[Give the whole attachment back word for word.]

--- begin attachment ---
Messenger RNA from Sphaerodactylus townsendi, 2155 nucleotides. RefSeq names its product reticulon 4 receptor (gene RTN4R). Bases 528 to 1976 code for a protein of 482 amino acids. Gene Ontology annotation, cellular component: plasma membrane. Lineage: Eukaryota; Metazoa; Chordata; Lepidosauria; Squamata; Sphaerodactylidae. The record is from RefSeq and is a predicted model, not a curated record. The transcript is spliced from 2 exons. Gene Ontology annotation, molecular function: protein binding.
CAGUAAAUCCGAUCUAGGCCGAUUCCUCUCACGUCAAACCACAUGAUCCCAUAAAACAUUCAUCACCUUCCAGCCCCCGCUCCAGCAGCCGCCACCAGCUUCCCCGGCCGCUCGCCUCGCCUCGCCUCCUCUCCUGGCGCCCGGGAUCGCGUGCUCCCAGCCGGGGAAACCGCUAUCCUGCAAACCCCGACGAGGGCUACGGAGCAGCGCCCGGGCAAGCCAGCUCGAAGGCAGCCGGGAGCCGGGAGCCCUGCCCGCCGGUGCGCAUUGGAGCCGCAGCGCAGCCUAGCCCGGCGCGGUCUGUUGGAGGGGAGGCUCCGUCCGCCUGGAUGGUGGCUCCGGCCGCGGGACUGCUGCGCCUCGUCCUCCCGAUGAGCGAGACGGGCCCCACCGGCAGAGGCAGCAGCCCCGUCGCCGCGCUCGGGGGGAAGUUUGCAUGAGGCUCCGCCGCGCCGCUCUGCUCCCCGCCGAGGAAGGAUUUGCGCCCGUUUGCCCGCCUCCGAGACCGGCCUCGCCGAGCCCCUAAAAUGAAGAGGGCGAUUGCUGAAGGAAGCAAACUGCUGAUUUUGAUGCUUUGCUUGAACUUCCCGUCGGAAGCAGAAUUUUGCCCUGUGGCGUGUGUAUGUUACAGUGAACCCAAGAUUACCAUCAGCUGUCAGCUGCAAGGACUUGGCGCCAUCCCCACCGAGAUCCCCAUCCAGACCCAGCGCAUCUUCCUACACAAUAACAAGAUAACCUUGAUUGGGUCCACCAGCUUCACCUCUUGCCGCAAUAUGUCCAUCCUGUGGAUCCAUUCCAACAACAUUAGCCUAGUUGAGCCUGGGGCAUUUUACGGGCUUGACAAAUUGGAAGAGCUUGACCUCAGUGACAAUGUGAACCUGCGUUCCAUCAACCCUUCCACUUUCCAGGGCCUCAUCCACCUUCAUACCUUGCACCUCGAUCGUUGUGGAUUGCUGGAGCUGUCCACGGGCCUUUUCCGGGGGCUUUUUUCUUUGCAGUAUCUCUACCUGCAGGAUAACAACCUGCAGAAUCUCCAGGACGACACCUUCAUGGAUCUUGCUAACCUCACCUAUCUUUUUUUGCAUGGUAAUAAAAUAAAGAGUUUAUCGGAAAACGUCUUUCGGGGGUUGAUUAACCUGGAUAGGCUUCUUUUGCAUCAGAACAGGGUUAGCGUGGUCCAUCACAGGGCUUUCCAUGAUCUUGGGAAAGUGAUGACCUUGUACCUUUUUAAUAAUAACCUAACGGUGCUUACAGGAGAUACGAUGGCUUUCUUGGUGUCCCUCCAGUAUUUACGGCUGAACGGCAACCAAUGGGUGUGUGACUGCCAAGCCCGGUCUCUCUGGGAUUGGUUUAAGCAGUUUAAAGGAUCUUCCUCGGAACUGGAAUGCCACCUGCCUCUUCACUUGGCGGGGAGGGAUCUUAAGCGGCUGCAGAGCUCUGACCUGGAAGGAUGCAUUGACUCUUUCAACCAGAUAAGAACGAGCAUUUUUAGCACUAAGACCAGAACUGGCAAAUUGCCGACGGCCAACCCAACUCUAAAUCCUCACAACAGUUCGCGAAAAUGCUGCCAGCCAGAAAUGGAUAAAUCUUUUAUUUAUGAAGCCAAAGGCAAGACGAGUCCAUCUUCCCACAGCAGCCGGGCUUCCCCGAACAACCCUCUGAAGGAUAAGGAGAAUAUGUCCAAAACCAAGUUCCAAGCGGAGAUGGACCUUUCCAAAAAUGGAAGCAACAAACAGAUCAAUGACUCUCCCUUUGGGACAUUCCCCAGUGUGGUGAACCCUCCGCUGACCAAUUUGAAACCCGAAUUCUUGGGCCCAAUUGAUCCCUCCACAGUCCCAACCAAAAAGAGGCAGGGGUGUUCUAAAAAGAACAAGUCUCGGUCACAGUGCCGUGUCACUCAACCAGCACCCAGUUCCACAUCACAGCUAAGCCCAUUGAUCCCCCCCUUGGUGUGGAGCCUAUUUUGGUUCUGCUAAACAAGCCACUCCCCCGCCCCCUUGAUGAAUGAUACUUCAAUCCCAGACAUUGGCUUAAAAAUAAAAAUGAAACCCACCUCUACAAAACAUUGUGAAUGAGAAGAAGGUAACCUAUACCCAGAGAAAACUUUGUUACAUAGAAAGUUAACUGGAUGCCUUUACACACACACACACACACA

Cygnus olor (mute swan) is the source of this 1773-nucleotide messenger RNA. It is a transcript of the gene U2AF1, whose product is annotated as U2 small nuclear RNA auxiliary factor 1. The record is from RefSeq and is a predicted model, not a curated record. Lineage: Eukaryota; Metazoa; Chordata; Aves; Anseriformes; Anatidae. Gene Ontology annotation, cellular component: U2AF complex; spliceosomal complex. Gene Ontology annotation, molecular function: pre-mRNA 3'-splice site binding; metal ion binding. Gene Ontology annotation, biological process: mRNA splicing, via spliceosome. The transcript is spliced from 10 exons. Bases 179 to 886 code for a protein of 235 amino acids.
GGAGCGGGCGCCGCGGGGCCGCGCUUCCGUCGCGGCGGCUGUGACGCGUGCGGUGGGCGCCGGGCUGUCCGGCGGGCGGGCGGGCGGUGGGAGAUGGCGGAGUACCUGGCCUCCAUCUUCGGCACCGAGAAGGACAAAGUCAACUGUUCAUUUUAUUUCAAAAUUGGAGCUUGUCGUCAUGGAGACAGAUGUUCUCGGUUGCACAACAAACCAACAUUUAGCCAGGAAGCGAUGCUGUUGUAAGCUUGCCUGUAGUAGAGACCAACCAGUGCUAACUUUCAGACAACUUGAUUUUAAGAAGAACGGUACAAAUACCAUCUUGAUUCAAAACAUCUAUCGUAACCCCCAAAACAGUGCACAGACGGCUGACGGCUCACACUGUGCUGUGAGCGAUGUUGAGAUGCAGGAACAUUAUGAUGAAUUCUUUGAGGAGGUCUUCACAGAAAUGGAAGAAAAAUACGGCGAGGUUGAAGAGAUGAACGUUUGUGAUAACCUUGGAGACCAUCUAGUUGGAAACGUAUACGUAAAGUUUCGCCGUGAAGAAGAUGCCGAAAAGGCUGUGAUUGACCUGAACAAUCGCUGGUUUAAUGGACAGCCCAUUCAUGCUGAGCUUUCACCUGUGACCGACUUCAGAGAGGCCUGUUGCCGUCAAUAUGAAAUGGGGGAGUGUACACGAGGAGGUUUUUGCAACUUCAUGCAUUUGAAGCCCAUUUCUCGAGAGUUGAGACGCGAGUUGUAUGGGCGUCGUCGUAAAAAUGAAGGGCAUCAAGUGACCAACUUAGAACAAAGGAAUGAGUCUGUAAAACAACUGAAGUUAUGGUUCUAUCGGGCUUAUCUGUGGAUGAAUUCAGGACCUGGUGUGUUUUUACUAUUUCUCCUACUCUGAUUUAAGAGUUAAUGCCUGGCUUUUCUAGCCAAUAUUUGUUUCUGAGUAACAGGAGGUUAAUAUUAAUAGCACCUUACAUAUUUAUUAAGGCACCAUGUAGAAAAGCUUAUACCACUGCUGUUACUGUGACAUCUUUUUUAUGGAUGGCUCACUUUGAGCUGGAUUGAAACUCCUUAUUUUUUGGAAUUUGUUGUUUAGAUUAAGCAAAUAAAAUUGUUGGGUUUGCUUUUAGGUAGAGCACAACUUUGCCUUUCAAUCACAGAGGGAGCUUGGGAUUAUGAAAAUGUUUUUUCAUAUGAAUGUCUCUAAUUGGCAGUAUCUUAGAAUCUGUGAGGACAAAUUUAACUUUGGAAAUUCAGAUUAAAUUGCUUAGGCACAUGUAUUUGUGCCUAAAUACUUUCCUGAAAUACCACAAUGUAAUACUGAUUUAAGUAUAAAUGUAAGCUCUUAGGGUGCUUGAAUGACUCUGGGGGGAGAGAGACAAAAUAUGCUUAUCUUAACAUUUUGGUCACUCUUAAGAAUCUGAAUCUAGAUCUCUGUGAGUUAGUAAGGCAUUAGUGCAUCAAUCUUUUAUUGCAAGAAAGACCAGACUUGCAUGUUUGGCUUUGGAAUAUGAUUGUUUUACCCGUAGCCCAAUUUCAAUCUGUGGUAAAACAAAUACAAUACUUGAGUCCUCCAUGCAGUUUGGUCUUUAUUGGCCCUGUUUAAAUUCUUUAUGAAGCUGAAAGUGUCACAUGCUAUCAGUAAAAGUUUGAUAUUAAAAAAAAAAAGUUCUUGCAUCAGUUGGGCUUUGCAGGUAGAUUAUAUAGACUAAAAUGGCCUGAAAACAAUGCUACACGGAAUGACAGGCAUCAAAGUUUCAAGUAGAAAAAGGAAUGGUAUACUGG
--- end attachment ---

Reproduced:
Messenger RNA from Sphaerodactylus townsendi, 2155 nucleotides. RefSeq names its product reticulon 4 receptor (gene RTN4R). Bases 528 to 1976 code for a protein of 482 amino acids. Gene Ontology annotation, cellular component: plasma membrane. Lineage: Eukaryota; Metazoa; Chordata; Lepidosauria; Squamata; Sphaerodactylidae. The record is from RefSeq and is a predicted model, not a curated record. The transcript is spliced from 2 exons. Gene Ontology annotation, molecular function: protein binding.
CAGUAAAUCCGAUCUAGGCCGAUUCCUCUCACGUCAAACCACAUGAUCCCAUAAAACAUUCAUCACCUUCCAGCCCCCGCUCCAGCAGCCGCCACCAGCUUCCCCGGCCGCUCGCCUCGCCUCGCCUCCUCUCCUGGCGCCCGGGAUCGCGUGCUCCCAGCCGGGGAAACCGCUAUCCUGCAAACCCCGACGAGGGCUACGGAGCAGCGCCCGGGCAAGCCAGCUCGAAGGCAGCCGGGAGCCGGGAGCCCUGCCCGCCGGUGCGCAUUGGAGCCGCAGCGCAGCCUAGCCCGGCGCGGUCUGUUGGAGGGGAGGCUCCGUCCGCCUGGAUGGUGGCUCCGGCCGCGGGACUGCUGCGCCUCGUCCUCCCGAUGAGCGAGACGGGCCCCACCGGCAGAGGCAGCAGCCCCGUCGCCGCGCUCGGGGGGAAGUUUGCAUGAGGCUCCGCCGCGCCGCUCUGCUCCCCGCCGAGGAAGGAUUUGCGCCCGUUUGCCCGCCUCCGAGACCGGCCUCGCCGAGCCCCUAAAAUGAAGAGGGCGAUUGCUGAAGGAAGCAAACUGCUGAUUUUGAUGCUUUGCUUGAACUUCCCGUCGGAAGCAGAAUUUUGCCCUGUGGCGUGUGUAUGUUACAGUGAACCCAAGAUUACCAUCAGCUGUCAGCUGCAAGGACUUGGCGCCAUCCCCACCGAGAUCCCCAUCCAGACCCAGCGCAUCUUCCUACACAAUAACAAGAUAACCUUGAUUGGGUCCACCAGCUUCACCUCUUGCCGCAAUAUGUCCAUCCUGUGGAUCCAUUCCAACAACAUUAGCCUAGUUGAGCCUGGGGCAUUUUACGGGCUUGACAAAUUGGAAGAGCUUGACCUCAGUGACAAUGUGAACCUGCGUUCCAUCAACCCUUCCACUUUCCAGGGCCUCAUCCACCUUCAUACCUUGCACCUCGAUCGUUGUGGAUUGCUGGAGCUGUCCACGGGCCUUUUCCGGGGGCUUUUUUCUUUGCAGUAUCUCUACCUGCAGGAUAACAACCUGCAGAAUCUCCAGGACGACACCUUCAUGGAUCUUGCUAACCUCACCUAUCUUUUUUUGCAUGGUAAUAAAAUAAAGAGUUUAUCGGAAAACGUCUUUCGGGGGUUGAUUAACCUGGAUAGGCUUCUUUUGCAUCAGAACAGGGUUAGCGUGGUCCAUCACAGGGCUUUCCAUGAUCUUGGGAAAGUGAUGACCUUGUACCUUUUUAAUAAUAACCUAACGGUGCUUACAGGAGAUACGAUGGCUUUCUUGGUGUCCCUCCAGUAUUUACGGCUGAACGGCAACCAAUGGGUGUGUGACUGCCAAGCCCGGUCUCUCUGGGAUUGGUUUAAGCAGUUUAAAGGAUCUUCCUCGGAACUGGAAUGCCACCUGCCUCUUCACUUGGCGGGGAGGGAUCUUAAGCGGCUGCAGAGCUCUGACCUGGAAGGAUGCAUUGACUCUUUCAACCAGAUAAGAACGAGCAUUUUUAGCACUAAGACCAGAACUGGCAAAUUGCCGACGGCCAACCCAACUCUAAAUCCUCACAACAGUUCGCGAAAAUGCUGCCAGCCAGAAAUGGAUAAAUCUUUUAUUUAUGAAGCCAAAGGCAAGACGAGUCCAUCUUCCCACAGCAGCCGGGCUUCCCCGAACAACCCUCUGAAGGAUAAGGAGAAUAUGUCCAAAACCAAGUUCCAAGCGGAGAUGGACCUUUCCAAAAAUGGAAGCAACAAACAGAUCAAUGACUCUCCCUUUGGGACAUUCCCCAGUGUGGUGAACCCUCCGCUGACCAAUUUGAAACCCGAAUUCUUGGGCCCAAUUGAUCCCUCCACAGUCCCAACCAAAAAGAGGCAGGGGUGUUCUAAAAAGAACAAGUCUCGGUCACAGUGCCGUGUCACUCAACCAGCACCCAGUUCCACAUCACAGCUAAGCCCAUUGAUCCCCCCCUUGGUGUGGAGCCUAUUUUGGUUCUGCUAAACAAGCCACUCCCCCGCCCCCUUGAUGAAUGAUACUUCAAUCCCAGACAUUGGCUUAAAAAUAAAAAUGAAACCCACCUCUACAAAACAUUGUGAAUGAGAAGAAGGUAACCUAUACCCAGAGAAAACUUUGUUACAUAGAAAGUUAACUGGAUGCCUUUACACACACACACACACACA

Cygnus olor (mute swan) is the source of this 1773-nucleotide messenger RNA. It is a transcript of the gene U2AF1, whose product is annotated as U2 small nuclear RNA auxiliary factor 1. The record is from RefSeq and is a predicted model, not a curated record. Lineage: Eukaryota; Metazoa; Chordata; Aves; Anseriformes; Anatidae. Gene Ontology annotation, cellular component: U2AF complex; spliceosomal complex. Gene Ontology annotation, molecular function: pre-mRNA 3'-splice site binding; metal ion binding. Gene Ontology annotation, biological process: mRNA splicing, via spliceosome. The transcript is spliced from 10 exons. Bases 179 to 886 code for a protein of 235 amino acids.
GGAGCGGGCGCCGCGGGGCCGCGCUUCCGUCGCGGCGGCUGUGACGCGUGCGGUGGGCGCCGGGCUGUCCGGCGGGCGGGCGGGCGGUGGGAGAUGGCGGAGUACCUGGCCUCCAUCUUCGGCACCGAGAAGGACAAAGUCAACUGUUCAUUUUAUUUCAAAAUUGGAGCUUGUCGUCAUGGAGACAGAUGUUCUCGGUUGCACAACAAACCAACAUUUAGCCAGGAAGCGAUGCUGUUGUAAGCUUGCCUGUAGUAGAGACCAACCAGUGCUAACUUUCAGACAACUUGAUUUUAAGAAGAACGGUACAAAUACCAUCUUGAUUCAAAACAUCUAUCGUAACCCCCAAAACAGUGCACAGACGGCUGACGGCUCACACUGUGCUGUGAGCGAUGUUGAGAUGCAGGAACAUUAUGAUGAAUUCUUUGAGGAGGUCUUCACAGAAAUGGAAGAAAAAUACGGCGAGGUUGAAGAGAUGAACGUUUGUGAUAACCUUGGAGACCAUCUAGUUGGAAACGUAUACGUAAAGUUUCGCCGUGAAGAAGAUGCCGAAAAGGCUGUGAUUGACCUGAACAAUCGCUGGUUUAAUGGACAGCCCAUUCAUGCUGAGCUUUCACCUGUGACCGACUUCAGAGAGGCCUGUUGCCGUCAAUAUGAAAUGGGGGAGUGUACACGAGGAGGUUUUUGCAACUUCAUGCAUUUGAAGCCCAUUUCUCGAGAGUUGAGACGCGAGUUGUAUGGGCGUCGUCGUAAAAAUGAAGGGCAUCAAGUGACCAACUUAGAACAAAGGAAUGAGUCUGUAAAACAACUGAAGUUAUGGUUCUAUCGGGCUUAUCUGUGGAUGAAUUCAGGACCUGGUGUGUUUUUACUAUUUCUCCUACUCUGAUUUAAGAGUUAAUGCCUGGCUUUUCUAGCCAAUAUUUGUUUCUGAGUAACAGGAGGUUAAUAUUAAUAGCACCUUACAUAUUUAUUAAGGCACCAUGUAGAAAAGCUUAUACCACUGCUGUUACUGUGACAUCUUUUUUAUGGAUGGCUCACUUUGAGCUGGAUUGAAACUCCUUAUUUUUUGGAAUUUGUUGUUUAGAUUAAGCAAAUAAAAUUGUUGGGUUUGCUUUUAGGUAGAGCACAACUUUGCCUUUCAAUCACAGAGGGAGCUUGGGAUUAUGAAAAUGUUUUUUCAUAUGAAUGUCUCUAAUUGGCAGUAUCUUAGAAUCUGUGAGGACAAAUUUAACUUUGGAAAUUCAGAUUAAAUUGCUUAGGCACAUGUAUUUGUGCCUAAAUACUUUCCUGAAAUACCACAAUGUAAUACUGAUUUAAGUAUAAAUGUAAGCUCUUAGGGUGCUUGAAUGACUCUGGGGGGAGAGAGACAAAAUAUGCUUAUCUUAACAUUUUGGUCACUCUUAAGAAUCUGAAUCUAGAUCUCUGUGAGUUAGUAAGGCAUUAGUGCAUCAAUCUUUUAUUGCAAGAAAGACCAGACUUGCAUGUUUGGCUUUGGAAUAUGAUUGUUUUACCCGUAGCCCAAUUUCAAUCUGUGGUAAAACAAAUACAAUACUUGAGUCCUCCAUGCAGUUUGGUCUUUAUUGGCCCUGUUUAAAUUCUUUAUGAAGCUGAAAGUGUCACAUGCUAUCAGUAAAAGUUUGAUAUUAAAAAAAAAAAGUUCUUGCAUCAGUUGGGCUUUGCAGGUAGAUUAUAUAGACUAAAAUGGCCUGAAAACAAUGCUACACGGAAUGACAGGCAUCAAAGUUUCAAGUAGAAAAAGGAAUGGUAUACUGG